Accidentally invented by an American a century ago, teabags have never really convinced tea devotees that they’re good for anything other than plant food
I need not tell you, dear reader, of the eager anticipation with which I open my weekly copy of Marketing Week, for it is a pleasure that I am sure you share. And I, like you, start the magazine at the front, for to do so at the back would be to experience, like you, a silent shudder. Last week, however, when my eye fell upon page two I suffered a temporary loss of my fabled equanimity. For there, staring me in the face, was an ad for brand design consultant Springetts.
I ought quickly to add that Springetts is, as far as I know, an estimable company whose skill and adroitness at designing brands acknowledges no peer. I have no quarrel with Springetts. What caused me to recoil and avert my eye was the illustration chosen by the company as an example of its work. It was the packaging for Twinings Everyday – “A refreshing cup of tea for anytime of day”. I concede that for most people that would be an unexceptionable item to behold, a pleasing enough yellowish box bearing a picture of a spout pouring tea into a cup. However, on the bottom left-hand corner was the inscription “80 teabags”, and it was that that aroused my ire.
There are, regrettably, many examples of marketing taking a fine and basic product and, no doubt with the best of intentions, ruining it. Keg bitter is one example; had it not been for the speedy intervention of the Campaign for Real Ale, pasteurised, lifeless and tasteless beer would have driven out the genuine product. The sliced white loaf is another example, only that time the lifeless and tasteless product succeeded in usurping the real thing. But perhaps the best example of all is the teabag.
To me, tea is a beverage of unsurpassed quality, rightly sung as “the cup that cheers but does not inebriate” (though a little inebriation would not come amiss). I shall not go into its long and illustrious history. Suffice it to say that it sustained generations of Britons until it was dealt a terrible blow by the invention of the teabag, a blow that may yet prove fatal as the popularity of tea drinking continues to wane.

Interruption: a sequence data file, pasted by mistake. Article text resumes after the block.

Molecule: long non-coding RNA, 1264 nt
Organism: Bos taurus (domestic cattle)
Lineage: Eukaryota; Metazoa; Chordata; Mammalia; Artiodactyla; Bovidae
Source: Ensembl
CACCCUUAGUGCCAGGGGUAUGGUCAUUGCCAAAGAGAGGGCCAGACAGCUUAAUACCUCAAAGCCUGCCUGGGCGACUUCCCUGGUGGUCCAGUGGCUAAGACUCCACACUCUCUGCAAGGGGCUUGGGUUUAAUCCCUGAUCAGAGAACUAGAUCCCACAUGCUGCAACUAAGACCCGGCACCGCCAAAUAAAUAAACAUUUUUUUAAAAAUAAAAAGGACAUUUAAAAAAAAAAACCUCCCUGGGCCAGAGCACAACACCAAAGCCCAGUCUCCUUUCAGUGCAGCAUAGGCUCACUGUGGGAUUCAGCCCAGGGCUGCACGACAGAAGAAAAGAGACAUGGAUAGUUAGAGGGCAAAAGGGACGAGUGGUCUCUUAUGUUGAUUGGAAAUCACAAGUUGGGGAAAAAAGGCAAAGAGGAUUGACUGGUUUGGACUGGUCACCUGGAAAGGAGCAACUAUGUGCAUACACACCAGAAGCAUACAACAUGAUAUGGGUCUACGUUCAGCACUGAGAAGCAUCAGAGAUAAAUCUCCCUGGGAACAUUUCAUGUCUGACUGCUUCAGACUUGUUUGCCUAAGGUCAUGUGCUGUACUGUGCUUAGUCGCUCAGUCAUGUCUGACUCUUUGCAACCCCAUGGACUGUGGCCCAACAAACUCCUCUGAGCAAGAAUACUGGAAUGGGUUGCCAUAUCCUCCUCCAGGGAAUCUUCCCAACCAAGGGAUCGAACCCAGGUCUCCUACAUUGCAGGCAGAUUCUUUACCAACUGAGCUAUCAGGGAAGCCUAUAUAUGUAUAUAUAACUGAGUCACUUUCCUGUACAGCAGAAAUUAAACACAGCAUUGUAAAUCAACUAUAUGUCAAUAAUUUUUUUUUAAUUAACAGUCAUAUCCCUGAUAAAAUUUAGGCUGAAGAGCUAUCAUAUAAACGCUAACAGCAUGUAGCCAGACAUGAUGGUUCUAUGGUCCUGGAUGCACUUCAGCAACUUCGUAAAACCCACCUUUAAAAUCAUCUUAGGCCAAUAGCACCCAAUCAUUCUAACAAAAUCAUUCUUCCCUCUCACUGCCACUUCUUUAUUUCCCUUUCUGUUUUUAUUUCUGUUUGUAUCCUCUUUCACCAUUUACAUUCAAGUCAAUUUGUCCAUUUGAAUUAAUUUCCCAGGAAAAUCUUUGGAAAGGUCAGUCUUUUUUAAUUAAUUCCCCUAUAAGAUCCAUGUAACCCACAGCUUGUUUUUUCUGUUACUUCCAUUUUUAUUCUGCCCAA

The beauty of tea, properly made, is that, unlike coffee, it delivers its promise. I grant you nothing compares with the enticing aroma of freshly-ground roasted coffee beans. But having imparted that unrivalled fragrance, it falls flat. No matter how you might try to convert its smell into a taste – percolate it, filter it, steam it, say prayers over it – it disappoints. But tea should never let you down. And never did, until that black day when the teabag came along.
By a cruel irony, it was invented by accident. In 1908, an American tea importer, Thomas Sullivan, sent out samples of his tea in small silk bags. His customers, being none too bright and, to be frank, American, put the entire bag into the pot, and in doing so stumbled upon the convenient, disposable teabag.
The problem with teabag tea is that it is to real tea what Madonna is to real singing or what Tracey Emin is to real art. The teabag may be good for many things – feeding houseplants, easing aching eyes, soothing burns, removing old furniture polish – but producing an acceptable beverage is not among them. Leaf tea infused in boiled water for three or four minutes is the only way to make a drinkable cup and Twinings, of all people, should know that. As a venerable tea merchant of distinction it should be doing everything in its power to promote real tea, not the execrable substitute that comes in paper bags.
There is only one thing that can be said in favour of the teabag and that it is that it is disposable. However, unlike most such items – the Bic Pen, the Bic Razor, the carrier bag – it is best disposed of before, not after, use.
Should you wish to sample real leaf tea, may I suggest either Yorkshire Tea, produced by Taylors of Harrogate, or Barry’s Tea, blended by a family company based in Cloughmills, County Antrim. Both are strong, full-flavoured teas of the kind favoured by the better kind of builder. For there is within each of us, however repulsive, a divine spark that holds out the promise of redemption, and in the builder, a creature without any claim on human sympathy, it is a preference for good tea.
On another, distant part of the social scale there are those who favour prissy infusions made from hibiscus flowers, camomile and lemongrass, and forest fruits. May their house extensions and attic conversions fall about their ears.